Chrysophyllum oliviforme

Chrysobalanus icaco L.

Common Names: Satin Leaf, Saffron Tree

Family: Sapotaceae

Habit: Chrysophyllum oliviforme grows as a medium to large tree up to 17 meters in height.  The leaves are arranged alternately, to 10 cm in length, ovate with an acuminate leaf apex and entire margin.  The adaxial surface is dark green and glabrous and the abaxial surface is covered with reddish brown, tomentose, pubescence.

The complete, prefect, actinomorphic flowers are arranged in groups of 2-9, arising in the axils of leaves. The calyx has 5, unfused, brown pubescent sepals.  The corolla has 5, white, fused petals.  There are 5 stamens fused to the corolla. The ovary is superior with 5 locules and numerous seeds. The fruit is a purple/black berry at maturity.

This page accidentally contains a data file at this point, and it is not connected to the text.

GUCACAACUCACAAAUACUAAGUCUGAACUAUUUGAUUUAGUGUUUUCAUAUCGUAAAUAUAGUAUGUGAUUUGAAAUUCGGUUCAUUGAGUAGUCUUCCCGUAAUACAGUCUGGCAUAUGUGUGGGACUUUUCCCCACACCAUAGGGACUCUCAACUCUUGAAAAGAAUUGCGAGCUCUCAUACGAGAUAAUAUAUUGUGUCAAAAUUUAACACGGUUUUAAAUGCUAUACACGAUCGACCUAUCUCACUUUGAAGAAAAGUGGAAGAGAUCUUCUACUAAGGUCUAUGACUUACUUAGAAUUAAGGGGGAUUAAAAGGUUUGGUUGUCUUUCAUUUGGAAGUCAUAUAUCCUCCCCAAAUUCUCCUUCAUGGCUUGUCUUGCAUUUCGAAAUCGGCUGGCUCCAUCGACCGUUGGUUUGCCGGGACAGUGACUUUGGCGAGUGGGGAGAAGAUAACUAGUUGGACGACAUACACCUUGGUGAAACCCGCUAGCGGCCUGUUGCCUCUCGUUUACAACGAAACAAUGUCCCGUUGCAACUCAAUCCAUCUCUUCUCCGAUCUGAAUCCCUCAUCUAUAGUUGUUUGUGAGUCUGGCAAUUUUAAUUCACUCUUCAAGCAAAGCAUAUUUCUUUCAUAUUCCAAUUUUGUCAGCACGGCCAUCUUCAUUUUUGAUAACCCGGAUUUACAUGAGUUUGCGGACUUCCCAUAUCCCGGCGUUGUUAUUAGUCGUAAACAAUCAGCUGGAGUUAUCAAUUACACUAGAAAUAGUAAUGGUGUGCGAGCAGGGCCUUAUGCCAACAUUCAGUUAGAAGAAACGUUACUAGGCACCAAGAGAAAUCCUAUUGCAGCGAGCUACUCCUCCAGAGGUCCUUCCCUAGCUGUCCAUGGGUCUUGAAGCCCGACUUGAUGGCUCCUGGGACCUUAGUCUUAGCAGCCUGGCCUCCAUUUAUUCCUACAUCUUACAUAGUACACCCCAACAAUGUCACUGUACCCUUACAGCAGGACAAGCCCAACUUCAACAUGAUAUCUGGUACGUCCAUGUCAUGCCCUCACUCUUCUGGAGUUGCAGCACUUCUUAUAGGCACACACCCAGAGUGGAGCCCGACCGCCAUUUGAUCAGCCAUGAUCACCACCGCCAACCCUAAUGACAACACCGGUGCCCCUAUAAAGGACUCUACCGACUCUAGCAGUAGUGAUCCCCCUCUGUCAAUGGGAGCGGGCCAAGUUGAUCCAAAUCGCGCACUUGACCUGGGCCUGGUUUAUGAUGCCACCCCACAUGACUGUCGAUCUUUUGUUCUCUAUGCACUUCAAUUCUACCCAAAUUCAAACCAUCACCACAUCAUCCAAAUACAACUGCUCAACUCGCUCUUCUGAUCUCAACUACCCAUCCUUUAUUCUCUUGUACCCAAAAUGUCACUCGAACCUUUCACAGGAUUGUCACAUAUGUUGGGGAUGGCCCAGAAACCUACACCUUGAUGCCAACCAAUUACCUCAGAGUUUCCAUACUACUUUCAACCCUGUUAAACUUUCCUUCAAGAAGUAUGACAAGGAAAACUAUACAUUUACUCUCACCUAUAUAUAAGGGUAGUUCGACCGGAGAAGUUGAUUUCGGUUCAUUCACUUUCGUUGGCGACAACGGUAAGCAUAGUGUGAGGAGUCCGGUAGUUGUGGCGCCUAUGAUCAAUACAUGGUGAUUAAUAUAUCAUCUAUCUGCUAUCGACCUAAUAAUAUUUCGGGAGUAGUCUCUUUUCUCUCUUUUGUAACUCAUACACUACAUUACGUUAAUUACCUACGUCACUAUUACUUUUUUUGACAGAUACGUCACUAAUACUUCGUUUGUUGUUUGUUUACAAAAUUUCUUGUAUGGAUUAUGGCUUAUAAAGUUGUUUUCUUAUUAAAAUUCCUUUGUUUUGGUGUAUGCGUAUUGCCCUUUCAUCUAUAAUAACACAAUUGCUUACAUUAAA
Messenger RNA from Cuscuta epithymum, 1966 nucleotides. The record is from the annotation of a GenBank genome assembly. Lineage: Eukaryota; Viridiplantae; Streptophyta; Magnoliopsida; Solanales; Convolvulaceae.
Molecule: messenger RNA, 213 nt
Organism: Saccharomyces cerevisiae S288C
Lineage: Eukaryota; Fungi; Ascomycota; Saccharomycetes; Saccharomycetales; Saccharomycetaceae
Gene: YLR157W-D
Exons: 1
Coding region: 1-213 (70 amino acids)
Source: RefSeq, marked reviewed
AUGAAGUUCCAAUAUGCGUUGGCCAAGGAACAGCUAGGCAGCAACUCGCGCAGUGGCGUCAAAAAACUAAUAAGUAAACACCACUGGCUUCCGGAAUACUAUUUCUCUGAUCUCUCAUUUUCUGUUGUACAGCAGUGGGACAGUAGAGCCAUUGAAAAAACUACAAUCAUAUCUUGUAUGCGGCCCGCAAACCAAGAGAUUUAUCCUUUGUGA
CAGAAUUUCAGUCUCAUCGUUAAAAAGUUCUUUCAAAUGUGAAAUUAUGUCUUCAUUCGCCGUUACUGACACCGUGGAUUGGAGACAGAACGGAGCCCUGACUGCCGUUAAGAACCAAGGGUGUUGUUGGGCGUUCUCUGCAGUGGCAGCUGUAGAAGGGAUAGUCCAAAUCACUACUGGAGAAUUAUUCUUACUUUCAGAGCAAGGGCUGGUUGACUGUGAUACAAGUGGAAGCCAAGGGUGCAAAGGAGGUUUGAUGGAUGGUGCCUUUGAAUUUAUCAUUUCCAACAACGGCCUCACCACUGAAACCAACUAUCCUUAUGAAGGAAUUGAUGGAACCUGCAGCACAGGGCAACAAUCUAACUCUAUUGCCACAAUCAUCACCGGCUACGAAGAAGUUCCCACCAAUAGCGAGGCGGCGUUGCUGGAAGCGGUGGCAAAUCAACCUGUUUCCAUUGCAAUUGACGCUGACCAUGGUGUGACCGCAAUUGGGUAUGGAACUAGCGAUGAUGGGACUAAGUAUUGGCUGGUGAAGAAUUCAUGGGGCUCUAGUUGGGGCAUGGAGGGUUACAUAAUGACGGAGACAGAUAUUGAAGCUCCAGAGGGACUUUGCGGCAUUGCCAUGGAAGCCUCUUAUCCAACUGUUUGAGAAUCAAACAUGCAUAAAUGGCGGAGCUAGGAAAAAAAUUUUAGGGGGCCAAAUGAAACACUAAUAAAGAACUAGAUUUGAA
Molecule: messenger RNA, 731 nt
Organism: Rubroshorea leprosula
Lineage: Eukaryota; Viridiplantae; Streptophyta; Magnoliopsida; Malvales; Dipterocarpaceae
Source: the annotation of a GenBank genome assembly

Habitat: Chrysophyllum oliviforme grows in Dry Broadleaf Evergreen Formation – Forest/Woodland/Shrublands (coppice and scrublands).

Distribution: Chrysophyllum oliviforme grows in the central and northern island groupings of the Lucayan islands but also in the extreme south (Turks and Caicos Islands), as well as Florida and the Greater Antilles.  It is also found in Honduras and is now cultivated around the world.

Medicinal/Cultural/Economic usageChrysophyllum oliviforme is used in the Lucayan Archipelago to treat circulatory problems.

The fruits are edible.

Chrysophyllum oliviforme is used in the horticultural industry for the interesting contrast between the adaxial and abaxial leaf surfaces.